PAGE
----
It was a challenge that Barbra Streisand wasn't sure she could handle.
Though she made her directorial debut with 1983's "Yentl" -- the musical drama about a young Jewish woman who disguises herself as a man -- she was initially wary of taking on filmmaker duties for the cinematic adaptation of Isaac Bashevis Singer's short story.
She even went as far as to have conversations with other directors about helming the project, including French director Claude Berri, who had made one of Streisand's favorite films, "The Two of Us," a touching drama about the friendship that develops between a Gentile and a young Jewish boy during World War II.
"I was frightened to do it myself," Streisand, 66, recently acknowledged. "But I had a vision of it. I was looking for a sign whether or not to direct it."
She found the inspiration at her father's grave. Emanuel Streisand, who was a scholar and teacher, had died when she was just 15 months old.
"I had never been to my father's grave -- isn't that interesting? -- until I was 39 years old," she said, adding that perhaps she had stayed away because it was too painful for her.
"I never had a picture with my father," she said. "When I came home my brother sent me the picture of my arm around the tombstone. And I think it was [producer] Rusty Lemorande who said, 'Oh, my God. Look at the picture."
In the photo, the tombstone next to her father's was for a person named "Anshel," the name Yentl takes when she becomes a man.
"That was the sign," Streisand said. "I have to direct it."
Earlier this month, the two-disc director's cut arrived on DVD.
The DVD features warm, engaging commentary from Streisand and Lemorande (her former assistant who produced the film with her), rehearsal footage that Streisand shot in Los Angeles from her own archives, two songs that didn't make the cut in the original movie along with the storyboards of the numbers, as well as some deleted scenes. It also features the 8-millimeter "concept film" that Streisand shot on location in Europe to sell the movie.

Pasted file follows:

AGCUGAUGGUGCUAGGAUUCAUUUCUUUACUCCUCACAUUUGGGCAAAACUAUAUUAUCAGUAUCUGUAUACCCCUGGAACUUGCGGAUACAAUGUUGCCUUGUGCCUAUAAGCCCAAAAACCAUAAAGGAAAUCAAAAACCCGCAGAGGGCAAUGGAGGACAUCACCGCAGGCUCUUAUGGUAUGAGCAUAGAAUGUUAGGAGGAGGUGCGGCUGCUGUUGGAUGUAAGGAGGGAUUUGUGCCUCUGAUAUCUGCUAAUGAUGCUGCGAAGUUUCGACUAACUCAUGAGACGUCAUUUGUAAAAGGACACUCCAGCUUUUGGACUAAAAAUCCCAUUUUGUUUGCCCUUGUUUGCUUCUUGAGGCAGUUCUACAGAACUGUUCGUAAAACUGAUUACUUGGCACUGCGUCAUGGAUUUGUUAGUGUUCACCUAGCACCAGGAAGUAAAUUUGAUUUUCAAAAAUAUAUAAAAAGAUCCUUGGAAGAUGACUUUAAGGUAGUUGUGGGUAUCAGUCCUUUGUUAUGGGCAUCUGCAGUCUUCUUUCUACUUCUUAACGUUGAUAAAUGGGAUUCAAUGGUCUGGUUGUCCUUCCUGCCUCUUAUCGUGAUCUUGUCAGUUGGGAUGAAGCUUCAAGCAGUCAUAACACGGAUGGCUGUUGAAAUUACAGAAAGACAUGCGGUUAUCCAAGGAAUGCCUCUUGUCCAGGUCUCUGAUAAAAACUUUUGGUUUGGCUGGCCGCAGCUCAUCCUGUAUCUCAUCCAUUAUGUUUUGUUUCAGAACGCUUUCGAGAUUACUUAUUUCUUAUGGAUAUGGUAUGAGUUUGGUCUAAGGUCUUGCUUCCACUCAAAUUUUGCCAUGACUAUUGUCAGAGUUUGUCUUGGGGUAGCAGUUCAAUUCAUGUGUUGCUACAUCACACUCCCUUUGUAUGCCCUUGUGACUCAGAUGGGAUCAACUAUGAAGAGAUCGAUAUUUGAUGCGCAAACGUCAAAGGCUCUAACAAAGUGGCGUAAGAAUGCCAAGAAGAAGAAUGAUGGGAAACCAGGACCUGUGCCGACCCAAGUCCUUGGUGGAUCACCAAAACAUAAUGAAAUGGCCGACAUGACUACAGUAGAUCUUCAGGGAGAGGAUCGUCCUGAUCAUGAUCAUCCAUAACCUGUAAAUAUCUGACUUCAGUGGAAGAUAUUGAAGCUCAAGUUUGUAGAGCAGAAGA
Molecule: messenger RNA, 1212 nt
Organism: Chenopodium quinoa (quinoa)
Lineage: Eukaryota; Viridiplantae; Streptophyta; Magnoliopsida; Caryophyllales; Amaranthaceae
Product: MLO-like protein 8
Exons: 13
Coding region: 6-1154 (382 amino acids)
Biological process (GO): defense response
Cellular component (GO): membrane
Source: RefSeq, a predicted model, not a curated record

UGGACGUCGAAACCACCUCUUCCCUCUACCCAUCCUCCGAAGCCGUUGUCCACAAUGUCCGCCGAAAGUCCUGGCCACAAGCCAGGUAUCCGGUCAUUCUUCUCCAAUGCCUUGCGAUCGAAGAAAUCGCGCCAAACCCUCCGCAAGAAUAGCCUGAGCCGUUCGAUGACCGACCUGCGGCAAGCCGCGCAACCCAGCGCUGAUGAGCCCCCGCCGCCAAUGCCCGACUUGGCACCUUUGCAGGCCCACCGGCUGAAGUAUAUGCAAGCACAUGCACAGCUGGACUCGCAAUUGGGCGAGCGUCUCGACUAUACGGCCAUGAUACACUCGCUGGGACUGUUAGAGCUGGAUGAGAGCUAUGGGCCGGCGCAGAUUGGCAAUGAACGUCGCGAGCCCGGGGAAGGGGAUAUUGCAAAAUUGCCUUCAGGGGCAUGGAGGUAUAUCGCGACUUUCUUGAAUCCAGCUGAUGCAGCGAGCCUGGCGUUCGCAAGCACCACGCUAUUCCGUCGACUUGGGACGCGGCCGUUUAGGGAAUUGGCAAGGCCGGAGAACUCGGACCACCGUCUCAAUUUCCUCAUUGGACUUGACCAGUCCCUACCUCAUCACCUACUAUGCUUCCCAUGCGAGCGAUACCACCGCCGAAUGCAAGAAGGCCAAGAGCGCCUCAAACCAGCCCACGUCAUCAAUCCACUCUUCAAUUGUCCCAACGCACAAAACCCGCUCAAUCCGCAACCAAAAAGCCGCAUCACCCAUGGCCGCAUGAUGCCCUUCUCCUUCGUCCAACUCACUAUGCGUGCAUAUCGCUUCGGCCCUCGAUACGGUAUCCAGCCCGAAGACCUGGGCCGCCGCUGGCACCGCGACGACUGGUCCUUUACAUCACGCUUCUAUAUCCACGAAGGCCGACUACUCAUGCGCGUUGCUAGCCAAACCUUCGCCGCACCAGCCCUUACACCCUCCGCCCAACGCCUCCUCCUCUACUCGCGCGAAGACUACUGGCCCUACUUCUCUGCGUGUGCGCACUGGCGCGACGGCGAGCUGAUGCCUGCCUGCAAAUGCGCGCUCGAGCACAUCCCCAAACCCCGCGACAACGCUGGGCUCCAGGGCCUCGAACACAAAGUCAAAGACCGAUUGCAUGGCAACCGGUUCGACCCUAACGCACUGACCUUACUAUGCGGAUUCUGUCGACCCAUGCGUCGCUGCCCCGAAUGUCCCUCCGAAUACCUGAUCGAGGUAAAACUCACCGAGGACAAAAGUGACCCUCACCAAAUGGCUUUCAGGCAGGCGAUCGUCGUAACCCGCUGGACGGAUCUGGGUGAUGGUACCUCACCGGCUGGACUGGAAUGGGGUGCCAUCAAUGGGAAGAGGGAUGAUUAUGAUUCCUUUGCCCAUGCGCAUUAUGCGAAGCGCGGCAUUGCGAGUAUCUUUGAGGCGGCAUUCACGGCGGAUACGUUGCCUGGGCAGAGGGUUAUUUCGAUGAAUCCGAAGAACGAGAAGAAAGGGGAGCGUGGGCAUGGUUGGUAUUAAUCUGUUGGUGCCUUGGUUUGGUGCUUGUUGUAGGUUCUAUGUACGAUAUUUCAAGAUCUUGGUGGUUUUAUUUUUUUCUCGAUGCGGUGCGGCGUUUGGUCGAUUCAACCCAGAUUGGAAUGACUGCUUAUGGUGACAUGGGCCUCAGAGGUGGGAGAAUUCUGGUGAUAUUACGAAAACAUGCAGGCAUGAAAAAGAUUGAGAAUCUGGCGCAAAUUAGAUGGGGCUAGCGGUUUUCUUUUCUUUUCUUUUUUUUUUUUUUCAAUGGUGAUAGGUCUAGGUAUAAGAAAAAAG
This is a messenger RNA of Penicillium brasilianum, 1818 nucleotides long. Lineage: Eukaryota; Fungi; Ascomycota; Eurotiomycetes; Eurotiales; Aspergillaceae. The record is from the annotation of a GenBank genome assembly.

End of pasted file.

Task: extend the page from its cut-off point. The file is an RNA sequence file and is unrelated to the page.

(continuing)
Based on Singer's "Yentl, the Yeshiva Boy," the film revolves around Yentl (Streisand), who lives in Europe at the turn of the 19th century and wants to be a scholar and study the Torah. But women then were not permitted to study. So after the death of her father, she disguises herself as Anshel to make her dream come true.
Problems ensue when she falls in love with a fellow student, Avigdor (Mandy Patinkin), who, in turn, is in love with a beautiful young woman, Hadass (Amy Irving). But her parents won't let him marry her, so Avigdor persuades Yentl to marry her.
After the film was released, Streisand, who co-wrote the script with Jack Rosenthal, became the first woman to win the Golden Globe for best director. The movie went on to win an Oscar for best original score, featuring the songs "Papa, Can You Hear Me?" and "The Way He Makes Me Feel."
Revisiting the film for the new DVD "brought back a lot of memories and the challenges of getting the film made," Streisand said. "We didn't have any money. We didn't have a video camera. I think it was an 8-millimeter film camera. When I would interview actors, I would also have them do scenes in front of my little 8-millimeter camera to see how they responded in front of a camera, whether they would be natural or freeze up".
Streisand bought the rights to the story in 1968, the year she made her Oscar-winning film debut in "Funny Girl." However, she was told that audiences didn't want to see her playing another Jewish character. But Streisand felt that it was a "universal story of the limits that are put upon a woman -- just because she wanted an education, she had to dress as a male. It was as simple as that."
Much like her character, Streisand said, she struggled with gender bias when trying to get the movie made. She hid the fact that she had co-written the script by not putting her name on it. "I was afraid if they saw my name on it, [people in Hollywood] wouldn't like it," she admitted.
Streisand even put the film's credits at the end of the movie, which was unusual back in 1983. "In those days, the credits of a film were at the beginning. And the reason I didn't put it on in the beginning is that I didn't want [audiences] to be prejudiced -- 'Oh, she directed it' -- and have them think about it. I think it was easier for women who weren't actresses" to become directors.
These days, she explained , people "don't look askance" at a female director. "If it's a female director, it's a female director."
It's been years since Streisand last worked as a director, on 1996's "The Mirror Has Two Faces" (she also starred opposite Jeff Bridges in the romantic comedy).
"I'm not that ambitious," she said. "I don't like to do one movie after another."
But she still hopes to direct the film version of Larry Kramer's early AIDS drama, "The Normal Heart."
"I've been working on it since I saw the play in 1985 and then did a screenplay in 1995. I've been trying to get it made," Streisand said. But this time, all of her work will be behind the camera. "I look forward to not being in my next movie -- just directing. I really care much more about the other actors' performance than I do my own."